Historically there have been points of conflict in understanding what a carbocation is. This is because there are endless reactive molecules that, for some reason or another, acquire a positive charge on one of their carbons. The classical carbocation, so to speak, is one that can be represented by the general formula in the image below.
Note how the positive charge is located exactly on the carbon atom, and that it is also missing a bond. Therefore, the carbocation is electron deficient, this being the cause of its high reactivity.
How are carbocations formed? The answer lies in the mechanisms of the reactions. However, the vast majority share one of the following two aspects in common:
-Adding π electrons to an electrophile
In the heterolytic cleavage, the CG bond, G being any atom or group, breaks unevenly: the electrons of the bond are kept by G, while the carbon atom acquires a positive charge. For instance:
Now, this break can occur by various methods, which in turn will change the mechanism and reaction considered.
Adding π electrons to an electrophile
The other process by which a carbocation is formed, being very common in alkenes and aromatic compounds, is through the attack of electrons from a double bond to an electrophile. The most common cases are the hydrogenations of alkenes by the action of an acid:
This equation corresponds to the formation of the carbocation, which is an intermediate , not a product . The π electrons in the double bond attack the hydrogen in HCl, the electrophile. Hydrogen is added to the carbon to the right of the double bond, forming the -CH 3 group , while the carbon to the left acquires a positive charge.
The general formula presented at the beginning reveals a trigonal plane geometry around the carbon atom. This is due to the hybridization that carbon atomic orbitals undergo to become sp 2 hybrid orbitals , which separate at an angle of 120º. Although it is not represented, the carbocation has a pure and empty p orbital , capable of accepting electrons.
The carbocation is an extremely acidic species, either as defined by Brönsted or Lewis. Its positive charge demands electrons or hydrogen atoms to give them up. It is for this reason that carbocations cannot be formed in very basic media, since they would react immediately to originate other products.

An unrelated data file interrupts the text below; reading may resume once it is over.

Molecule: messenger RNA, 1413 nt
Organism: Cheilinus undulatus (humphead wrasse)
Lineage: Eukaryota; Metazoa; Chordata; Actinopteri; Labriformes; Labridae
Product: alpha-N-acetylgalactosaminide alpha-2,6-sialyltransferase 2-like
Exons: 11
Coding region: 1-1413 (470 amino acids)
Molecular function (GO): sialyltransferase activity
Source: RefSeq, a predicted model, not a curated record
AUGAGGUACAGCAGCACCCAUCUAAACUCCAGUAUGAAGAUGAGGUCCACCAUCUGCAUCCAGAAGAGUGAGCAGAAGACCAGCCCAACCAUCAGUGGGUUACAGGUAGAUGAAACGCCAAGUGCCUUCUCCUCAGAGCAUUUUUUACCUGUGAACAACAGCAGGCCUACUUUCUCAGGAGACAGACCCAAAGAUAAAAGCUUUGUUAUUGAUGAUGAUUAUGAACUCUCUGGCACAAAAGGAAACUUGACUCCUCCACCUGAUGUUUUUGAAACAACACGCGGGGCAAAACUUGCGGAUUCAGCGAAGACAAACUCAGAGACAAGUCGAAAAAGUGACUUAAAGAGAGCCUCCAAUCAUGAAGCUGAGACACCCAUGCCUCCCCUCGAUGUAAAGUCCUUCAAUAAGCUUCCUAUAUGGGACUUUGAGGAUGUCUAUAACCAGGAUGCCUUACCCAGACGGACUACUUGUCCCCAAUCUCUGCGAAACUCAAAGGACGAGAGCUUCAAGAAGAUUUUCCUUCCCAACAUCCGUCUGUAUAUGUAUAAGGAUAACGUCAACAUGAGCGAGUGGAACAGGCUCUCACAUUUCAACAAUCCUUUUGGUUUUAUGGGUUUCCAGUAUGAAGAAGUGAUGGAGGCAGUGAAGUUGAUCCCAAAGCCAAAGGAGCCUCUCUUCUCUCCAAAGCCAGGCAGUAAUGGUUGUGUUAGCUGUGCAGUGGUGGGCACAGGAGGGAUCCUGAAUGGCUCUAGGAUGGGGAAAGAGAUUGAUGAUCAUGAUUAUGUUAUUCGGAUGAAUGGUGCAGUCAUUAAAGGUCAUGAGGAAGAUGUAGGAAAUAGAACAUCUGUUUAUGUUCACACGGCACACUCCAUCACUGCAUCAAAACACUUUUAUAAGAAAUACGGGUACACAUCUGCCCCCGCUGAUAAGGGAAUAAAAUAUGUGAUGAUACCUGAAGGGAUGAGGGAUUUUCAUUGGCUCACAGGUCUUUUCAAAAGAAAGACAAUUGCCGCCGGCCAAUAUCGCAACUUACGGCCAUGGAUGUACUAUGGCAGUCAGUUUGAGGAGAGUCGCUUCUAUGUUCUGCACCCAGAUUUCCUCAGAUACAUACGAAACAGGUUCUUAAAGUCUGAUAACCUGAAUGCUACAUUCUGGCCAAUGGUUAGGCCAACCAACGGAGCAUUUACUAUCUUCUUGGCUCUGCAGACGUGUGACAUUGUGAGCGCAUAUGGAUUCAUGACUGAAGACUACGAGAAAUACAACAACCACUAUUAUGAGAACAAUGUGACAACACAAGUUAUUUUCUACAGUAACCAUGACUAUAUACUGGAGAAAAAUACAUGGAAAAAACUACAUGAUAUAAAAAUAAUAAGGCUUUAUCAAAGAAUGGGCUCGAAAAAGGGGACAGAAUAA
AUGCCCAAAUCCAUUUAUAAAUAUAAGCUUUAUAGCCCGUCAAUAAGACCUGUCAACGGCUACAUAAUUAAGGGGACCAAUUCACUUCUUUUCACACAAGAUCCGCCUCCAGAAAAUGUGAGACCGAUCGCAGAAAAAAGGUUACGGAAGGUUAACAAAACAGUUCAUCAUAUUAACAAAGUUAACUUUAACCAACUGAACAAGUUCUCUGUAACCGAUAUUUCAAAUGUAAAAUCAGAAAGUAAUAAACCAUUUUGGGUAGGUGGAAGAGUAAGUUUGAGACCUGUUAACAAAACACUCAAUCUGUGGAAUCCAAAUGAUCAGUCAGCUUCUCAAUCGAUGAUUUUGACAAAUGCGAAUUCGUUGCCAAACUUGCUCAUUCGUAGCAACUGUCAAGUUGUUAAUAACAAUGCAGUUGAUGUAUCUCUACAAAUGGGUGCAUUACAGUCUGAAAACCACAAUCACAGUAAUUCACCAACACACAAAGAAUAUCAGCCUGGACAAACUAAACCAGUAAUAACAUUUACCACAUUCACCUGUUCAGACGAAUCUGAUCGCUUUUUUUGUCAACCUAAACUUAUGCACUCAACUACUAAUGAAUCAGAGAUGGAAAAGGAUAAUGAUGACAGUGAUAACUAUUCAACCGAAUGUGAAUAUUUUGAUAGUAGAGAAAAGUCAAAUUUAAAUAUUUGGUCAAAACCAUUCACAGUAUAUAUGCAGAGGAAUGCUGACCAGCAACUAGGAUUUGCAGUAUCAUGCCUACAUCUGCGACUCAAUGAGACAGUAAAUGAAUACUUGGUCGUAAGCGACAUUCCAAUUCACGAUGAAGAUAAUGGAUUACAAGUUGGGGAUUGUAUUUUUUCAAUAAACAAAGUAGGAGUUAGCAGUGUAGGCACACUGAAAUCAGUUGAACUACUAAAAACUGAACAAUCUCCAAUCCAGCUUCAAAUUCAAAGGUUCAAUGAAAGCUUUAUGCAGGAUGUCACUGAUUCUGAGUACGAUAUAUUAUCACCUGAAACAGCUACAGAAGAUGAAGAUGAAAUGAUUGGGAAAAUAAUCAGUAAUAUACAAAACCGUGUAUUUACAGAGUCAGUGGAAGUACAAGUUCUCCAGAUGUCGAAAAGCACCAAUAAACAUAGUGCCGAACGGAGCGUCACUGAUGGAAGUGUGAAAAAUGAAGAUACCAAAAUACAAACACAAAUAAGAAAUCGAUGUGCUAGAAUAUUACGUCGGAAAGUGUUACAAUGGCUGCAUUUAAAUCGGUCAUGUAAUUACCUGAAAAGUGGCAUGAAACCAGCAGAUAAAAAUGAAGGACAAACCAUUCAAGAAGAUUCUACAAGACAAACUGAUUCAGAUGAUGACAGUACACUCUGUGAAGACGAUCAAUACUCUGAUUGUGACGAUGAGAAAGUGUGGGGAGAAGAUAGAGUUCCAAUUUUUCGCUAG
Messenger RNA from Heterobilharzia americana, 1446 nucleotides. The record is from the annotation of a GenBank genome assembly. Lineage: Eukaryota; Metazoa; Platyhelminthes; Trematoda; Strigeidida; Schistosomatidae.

The sp 2 hybridization of the carbocation makes it vulnerable to attack by electron-rich species. This characteristic is further accentuated by its great acidity. Consequently, the carbocation is a very reactive species, which hardly forms and after a short time (in a matter of nanoseconds) they react to give rise to the true product of the chemical reaction.
Types of carbocations
There are several types of carbocations. However, these can be classified according to the following:
-Aromatics or arils
-Vinyl and allylic
Examples of primary carbocations are shown above. They are so called because the positive charge resides on a primary carbon, 1st, so it is only bonded to one carbon atom. Ethane, CH 3 CH 3 , when it loses an H from either of its ends, the carbocation CH 3 CH 2 + or + CH 2 CH 3 originates .
In secondary carbocations the positive charge is located on a secondary carbon, 2nd, which is linked to two carbon atoms. For example, if we remove one H from the central carbon from propane, CH 3 CH 2 CH 3 , we will have the carbocation CH 3 CH 2 + CH 3 .
In tertiary carbocations, the positive charge is located on a tertiary, 3rd carbon, linked to three carbon atoms. Note that unlike the first two types of carbocations, they lack hydrogen atoms.
Thus, we have methylpropane or isobutane, CH (CH 3 ) 3 , which by losing a hydrogen from the central carbon forms the carbocation + C (CH 3 ) 3 .
Aromatic or aryl carbocations are perhaps the most special of all. Its formation is very similar to that described for alkenes in the first section.
In them, the positive charge is located, in principle, on one of the carbons of an aromatic ring, such as that of benzene. However, the positive charge is not fixed, but is dispersed in other positions of the ring by resonance.
This is how the positive charge, as seen above, passes from one carbon to another within the benzene ring. This characteristic gives this carbocation great stability compared to other types of carbocations.
Allyl and vinyl
Other special types of carbocations are allylics and vinyls. The difference between them (above) is the position of the positive charge relative to the double bond.
In the vinyl carbocation the positive charge is on one of the carbons of the double bond; while in the allylic carbocation, the positive charge is located on the carbon following the double bond. It is enough to replace the hydrogens with other groups and we will have a huge family of allylic and vinyl carbocations.
Knowing what the main types of carbocations are, they can be ordered based on their relative stabilities:
Vinyl <Primary <Secondary <Allylic <Tertiary <Aromatic
Now, there may be allylic carbocations that are more stable than a specific tertiary one. Everything will depend on its substituents.
Why is this stability due? The ability of the molecule to disperse or decrease the positive charge of the carbocation. To do this, it needs nearby atoms that give part of their electron density to the carbocation through hyperconjugation. Meanwhile, in allylic and aromatic carbocations this is achieved by resonance.
In the case of the vinyl carbocation, the positive charge is located on a carbon that was already sp 2 , which makes it very unstable.